School:Education and Social Care
Areas of Expertise: Social Work and Social Policy
Melanie Boyce is a community-based social researcher with expertise in working with those who are often defined as marginalised due to their health and/or social situation, with the intention of raising awareness and improving access and delivery in service provision.
Upon completion of her MSc in Social Research Methods, from London South Bank University, Melanie joined the School of Education and Social Care in 2004, as a Research Assistant and worked on a number of nationally funded projects, in the area of mental health and social inclusion. Since then she has lead and collaboratively worked on a number of funded research projects in the areas of complex needs of marginalised women, self-harm and peer support.
Over the past 15 years Melanie's research has focused on working with groups of people who are often defined as marginalised and vulnerable due to their health and/or social situation - particularly in the area of complex needs of marginalised women and self-harm. Melanie's research centres on providing evidence that can influence the development of socially just policy and practice approaches. An emphasis throughout her research is on experiential ways of knowing and peer led initiatives, and the ethics and politics of undertaking research with marginalised groups. Underpinning Melanie's research is a commitment to feminist forms of inquiry and participatory methodologies that has practical and meaningful benefits for all those involved.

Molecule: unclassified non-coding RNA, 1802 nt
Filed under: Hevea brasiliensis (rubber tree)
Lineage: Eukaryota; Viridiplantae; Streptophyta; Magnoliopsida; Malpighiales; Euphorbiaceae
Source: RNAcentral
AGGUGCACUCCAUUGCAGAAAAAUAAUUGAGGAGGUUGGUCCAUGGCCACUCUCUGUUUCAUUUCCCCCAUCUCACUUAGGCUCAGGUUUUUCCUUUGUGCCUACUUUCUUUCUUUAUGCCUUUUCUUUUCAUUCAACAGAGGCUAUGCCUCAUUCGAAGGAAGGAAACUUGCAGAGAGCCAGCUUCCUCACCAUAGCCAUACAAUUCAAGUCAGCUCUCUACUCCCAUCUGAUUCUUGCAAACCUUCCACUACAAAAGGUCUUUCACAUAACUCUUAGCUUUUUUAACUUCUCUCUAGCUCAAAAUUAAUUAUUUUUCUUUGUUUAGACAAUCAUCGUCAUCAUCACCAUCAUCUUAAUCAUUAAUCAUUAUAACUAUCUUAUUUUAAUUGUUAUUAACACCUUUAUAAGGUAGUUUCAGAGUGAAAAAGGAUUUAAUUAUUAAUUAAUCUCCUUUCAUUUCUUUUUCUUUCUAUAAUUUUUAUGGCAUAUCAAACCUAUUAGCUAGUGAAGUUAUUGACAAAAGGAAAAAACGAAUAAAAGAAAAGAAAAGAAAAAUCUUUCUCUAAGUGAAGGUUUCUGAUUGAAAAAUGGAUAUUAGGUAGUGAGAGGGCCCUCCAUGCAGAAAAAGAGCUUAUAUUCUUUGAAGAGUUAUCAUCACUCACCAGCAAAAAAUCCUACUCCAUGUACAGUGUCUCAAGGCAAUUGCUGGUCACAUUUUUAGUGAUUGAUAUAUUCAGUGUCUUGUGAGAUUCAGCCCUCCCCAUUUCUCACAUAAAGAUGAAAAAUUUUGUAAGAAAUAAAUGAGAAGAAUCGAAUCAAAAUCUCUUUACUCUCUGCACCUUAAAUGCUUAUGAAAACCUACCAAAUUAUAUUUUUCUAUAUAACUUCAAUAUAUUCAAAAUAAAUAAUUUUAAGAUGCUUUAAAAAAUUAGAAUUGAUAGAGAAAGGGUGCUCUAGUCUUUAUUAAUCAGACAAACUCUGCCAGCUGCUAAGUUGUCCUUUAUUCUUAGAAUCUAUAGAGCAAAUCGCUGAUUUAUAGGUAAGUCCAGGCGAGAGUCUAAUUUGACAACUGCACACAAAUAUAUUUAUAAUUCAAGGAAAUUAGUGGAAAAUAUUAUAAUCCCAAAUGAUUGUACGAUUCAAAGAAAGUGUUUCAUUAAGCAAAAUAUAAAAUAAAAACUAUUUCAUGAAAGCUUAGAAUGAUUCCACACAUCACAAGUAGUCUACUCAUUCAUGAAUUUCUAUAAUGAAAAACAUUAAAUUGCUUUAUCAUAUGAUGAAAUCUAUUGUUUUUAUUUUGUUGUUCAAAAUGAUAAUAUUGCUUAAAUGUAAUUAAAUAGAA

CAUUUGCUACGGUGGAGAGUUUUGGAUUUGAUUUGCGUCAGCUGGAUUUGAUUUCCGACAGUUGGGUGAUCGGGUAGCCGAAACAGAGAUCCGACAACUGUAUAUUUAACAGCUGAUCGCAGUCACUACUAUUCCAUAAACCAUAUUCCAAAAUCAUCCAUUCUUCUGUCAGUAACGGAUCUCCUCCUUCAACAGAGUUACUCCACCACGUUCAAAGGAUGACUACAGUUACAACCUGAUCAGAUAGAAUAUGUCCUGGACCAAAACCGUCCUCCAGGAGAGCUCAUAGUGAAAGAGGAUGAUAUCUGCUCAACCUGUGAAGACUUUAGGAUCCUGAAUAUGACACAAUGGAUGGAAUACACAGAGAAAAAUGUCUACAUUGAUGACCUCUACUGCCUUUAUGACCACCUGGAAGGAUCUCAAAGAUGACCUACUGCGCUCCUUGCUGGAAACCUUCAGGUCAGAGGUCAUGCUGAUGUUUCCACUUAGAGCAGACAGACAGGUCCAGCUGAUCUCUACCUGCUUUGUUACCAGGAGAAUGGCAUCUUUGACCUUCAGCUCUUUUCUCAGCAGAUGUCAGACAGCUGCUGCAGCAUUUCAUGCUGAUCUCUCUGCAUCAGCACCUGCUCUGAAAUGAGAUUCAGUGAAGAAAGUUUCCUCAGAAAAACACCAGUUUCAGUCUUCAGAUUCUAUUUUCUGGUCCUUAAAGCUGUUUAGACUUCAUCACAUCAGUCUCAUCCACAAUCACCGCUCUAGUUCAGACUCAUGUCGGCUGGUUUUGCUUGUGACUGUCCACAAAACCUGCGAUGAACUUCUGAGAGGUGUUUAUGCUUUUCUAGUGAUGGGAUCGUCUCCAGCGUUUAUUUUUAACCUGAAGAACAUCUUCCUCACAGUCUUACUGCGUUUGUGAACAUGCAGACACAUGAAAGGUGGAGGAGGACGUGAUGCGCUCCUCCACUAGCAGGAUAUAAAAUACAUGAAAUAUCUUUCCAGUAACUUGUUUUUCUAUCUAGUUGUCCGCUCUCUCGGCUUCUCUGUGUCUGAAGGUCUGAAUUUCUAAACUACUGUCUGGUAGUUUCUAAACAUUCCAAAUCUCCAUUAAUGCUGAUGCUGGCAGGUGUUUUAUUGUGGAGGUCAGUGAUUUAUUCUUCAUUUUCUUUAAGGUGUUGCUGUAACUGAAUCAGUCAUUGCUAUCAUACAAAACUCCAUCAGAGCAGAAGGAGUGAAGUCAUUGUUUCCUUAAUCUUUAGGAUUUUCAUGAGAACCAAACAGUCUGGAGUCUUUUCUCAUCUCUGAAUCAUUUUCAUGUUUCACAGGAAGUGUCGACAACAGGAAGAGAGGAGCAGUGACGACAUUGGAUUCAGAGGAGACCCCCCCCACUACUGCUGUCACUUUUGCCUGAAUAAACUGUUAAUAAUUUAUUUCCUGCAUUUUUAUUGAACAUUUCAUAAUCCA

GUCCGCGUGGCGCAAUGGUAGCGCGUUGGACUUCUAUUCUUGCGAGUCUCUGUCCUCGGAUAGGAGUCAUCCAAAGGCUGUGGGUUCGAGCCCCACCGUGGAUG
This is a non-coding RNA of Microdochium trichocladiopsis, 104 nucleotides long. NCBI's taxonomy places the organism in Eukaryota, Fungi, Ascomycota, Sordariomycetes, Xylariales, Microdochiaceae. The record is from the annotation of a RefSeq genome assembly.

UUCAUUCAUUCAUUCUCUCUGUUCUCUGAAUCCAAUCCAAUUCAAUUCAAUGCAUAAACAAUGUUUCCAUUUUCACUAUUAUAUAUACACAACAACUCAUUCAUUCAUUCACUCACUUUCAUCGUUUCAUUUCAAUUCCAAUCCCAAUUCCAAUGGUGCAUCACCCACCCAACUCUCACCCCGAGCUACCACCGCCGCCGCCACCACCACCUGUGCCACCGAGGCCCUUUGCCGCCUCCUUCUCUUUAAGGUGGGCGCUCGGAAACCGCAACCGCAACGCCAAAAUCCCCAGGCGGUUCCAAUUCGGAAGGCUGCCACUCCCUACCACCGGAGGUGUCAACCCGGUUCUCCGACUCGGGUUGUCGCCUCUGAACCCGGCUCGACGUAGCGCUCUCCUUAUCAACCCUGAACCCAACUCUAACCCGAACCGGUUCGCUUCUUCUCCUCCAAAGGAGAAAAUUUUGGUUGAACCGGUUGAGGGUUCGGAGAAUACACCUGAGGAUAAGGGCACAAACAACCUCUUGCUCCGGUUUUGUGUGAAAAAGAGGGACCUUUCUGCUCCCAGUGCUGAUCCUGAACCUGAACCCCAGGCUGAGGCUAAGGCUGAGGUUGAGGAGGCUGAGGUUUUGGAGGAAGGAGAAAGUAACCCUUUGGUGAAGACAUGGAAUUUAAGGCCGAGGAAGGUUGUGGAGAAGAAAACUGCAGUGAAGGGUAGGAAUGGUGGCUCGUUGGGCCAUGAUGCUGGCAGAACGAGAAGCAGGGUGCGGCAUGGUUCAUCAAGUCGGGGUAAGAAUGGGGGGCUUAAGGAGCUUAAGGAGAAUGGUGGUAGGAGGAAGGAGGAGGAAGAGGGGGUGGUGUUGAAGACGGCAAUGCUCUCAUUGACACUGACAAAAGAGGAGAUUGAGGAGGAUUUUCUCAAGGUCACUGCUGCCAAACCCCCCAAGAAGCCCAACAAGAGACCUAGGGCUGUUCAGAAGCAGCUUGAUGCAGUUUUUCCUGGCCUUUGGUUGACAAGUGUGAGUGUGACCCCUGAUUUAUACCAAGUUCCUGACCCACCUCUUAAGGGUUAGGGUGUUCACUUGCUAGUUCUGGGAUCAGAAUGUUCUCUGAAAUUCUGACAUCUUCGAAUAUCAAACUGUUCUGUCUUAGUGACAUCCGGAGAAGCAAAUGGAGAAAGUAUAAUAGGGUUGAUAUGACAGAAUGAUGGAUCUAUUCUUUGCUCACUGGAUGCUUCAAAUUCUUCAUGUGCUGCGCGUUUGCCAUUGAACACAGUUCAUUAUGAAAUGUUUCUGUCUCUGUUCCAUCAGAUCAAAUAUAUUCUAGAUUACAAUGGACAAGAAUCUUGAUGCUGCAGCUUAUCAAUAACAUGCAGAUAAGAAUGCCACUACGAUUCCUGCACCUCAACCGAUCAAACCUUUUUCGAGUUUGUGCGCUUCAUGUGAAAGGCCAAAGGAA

Current doctoral supervision includes: